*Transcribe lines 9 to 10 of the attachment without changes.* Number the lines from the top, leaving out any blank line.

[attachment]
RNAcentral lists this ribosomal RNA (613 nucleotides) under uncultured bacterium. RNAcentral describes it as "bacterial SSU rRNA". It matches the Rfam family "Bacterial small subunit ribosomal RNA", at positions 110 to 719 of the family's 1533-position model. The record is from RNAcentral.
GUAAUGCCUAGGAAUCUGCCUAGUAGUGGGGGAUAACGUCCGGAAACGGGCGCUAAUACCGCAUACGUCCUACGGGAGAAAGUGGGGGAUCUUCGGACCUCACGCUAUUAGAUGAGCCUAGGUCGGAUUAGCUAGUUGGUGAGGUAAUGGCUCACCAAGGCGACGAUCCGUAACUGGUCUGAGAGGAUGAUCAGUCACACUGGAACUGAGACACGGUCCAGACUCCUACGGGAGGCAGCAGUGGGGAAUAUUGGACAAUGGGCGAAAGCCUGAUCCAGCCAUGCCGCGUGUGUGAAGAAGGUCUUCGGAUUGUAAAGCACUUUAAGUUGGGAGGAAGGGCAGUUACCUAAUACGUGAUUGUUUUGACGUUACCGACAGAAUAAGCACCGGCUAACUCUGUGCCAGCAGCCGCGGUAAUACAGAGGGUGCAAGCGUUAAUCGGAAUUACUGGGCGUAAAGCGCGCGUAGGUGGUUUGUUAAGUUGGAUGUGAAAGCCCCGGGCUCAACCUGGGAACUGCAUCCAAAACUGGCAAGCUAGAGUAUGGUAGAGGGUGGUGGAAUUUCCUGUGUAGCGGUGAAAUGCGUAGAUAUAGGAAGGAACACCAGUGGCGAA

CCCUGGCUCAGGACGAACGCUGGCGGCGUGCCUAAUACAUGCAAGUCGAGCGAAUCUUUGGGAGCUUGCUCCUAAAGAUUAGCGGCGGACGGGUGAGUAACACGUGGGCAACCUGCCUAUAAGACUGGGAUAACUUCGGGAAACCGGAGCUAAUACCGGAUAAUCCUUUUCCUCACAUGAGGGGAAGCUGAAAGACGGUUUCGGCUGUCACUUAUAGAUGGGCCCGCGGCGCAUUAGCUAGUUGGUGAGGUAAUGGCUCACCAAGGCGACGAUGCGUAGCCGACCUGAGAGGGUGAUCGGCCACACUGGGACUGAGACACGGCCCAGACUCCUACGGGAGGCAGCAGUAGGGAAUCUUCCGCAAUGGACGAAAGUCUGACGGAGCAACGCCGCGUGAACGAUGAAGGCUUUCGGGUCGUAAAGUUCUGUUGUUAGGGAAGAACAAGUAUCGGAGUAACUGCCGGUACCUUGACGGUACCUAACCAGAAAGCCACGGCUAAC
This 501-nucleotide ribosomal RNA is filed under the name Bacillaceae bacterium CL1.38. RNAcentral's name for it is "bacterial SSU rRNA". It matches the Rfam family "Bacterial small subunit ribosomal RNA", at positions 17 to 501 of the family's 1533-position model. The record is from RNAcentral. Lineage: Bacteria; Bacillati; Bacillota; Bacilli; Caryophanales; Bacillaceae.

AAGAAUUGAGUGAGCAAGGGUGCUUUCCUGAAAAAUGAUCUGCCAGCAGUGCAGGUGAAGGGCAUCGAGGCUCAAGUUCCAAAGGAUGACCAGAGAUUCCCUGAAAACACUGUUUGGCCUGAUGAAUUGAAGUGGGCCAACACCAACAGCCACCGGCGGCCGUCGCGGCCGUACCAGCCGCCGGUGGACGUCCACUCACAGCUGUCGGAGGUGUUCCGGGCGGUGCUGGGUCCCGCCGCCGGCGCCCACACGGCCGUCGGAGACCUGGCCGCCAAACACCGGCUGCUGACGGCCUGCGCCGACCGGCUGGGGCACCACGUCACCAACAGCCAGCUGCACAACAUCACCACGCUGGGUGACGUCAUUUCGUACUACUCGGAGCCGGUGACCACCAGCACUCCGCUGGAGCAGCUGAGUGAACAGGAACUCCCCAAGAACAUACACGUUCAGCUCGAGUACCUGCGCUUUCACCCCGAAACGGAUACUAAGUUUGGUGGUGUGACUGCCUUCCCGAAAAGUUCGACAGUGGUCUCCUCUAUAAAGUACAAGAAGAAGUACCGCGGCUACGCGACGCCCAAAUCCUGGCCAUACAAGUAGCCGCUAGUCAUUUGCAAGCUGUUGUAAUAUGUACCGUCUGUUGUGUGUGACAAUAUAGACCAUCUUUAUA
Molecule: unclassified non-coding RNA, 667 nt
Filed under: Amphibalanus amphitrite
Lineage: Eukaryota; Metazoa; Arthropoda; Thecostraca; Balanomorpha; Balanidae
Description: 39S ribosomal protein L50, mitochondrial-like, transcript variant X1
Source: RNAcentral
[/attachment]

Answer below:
Description: 39S ribosomal protein L50, mitochondrial-like, transcript variant X1
Source: RNAcentral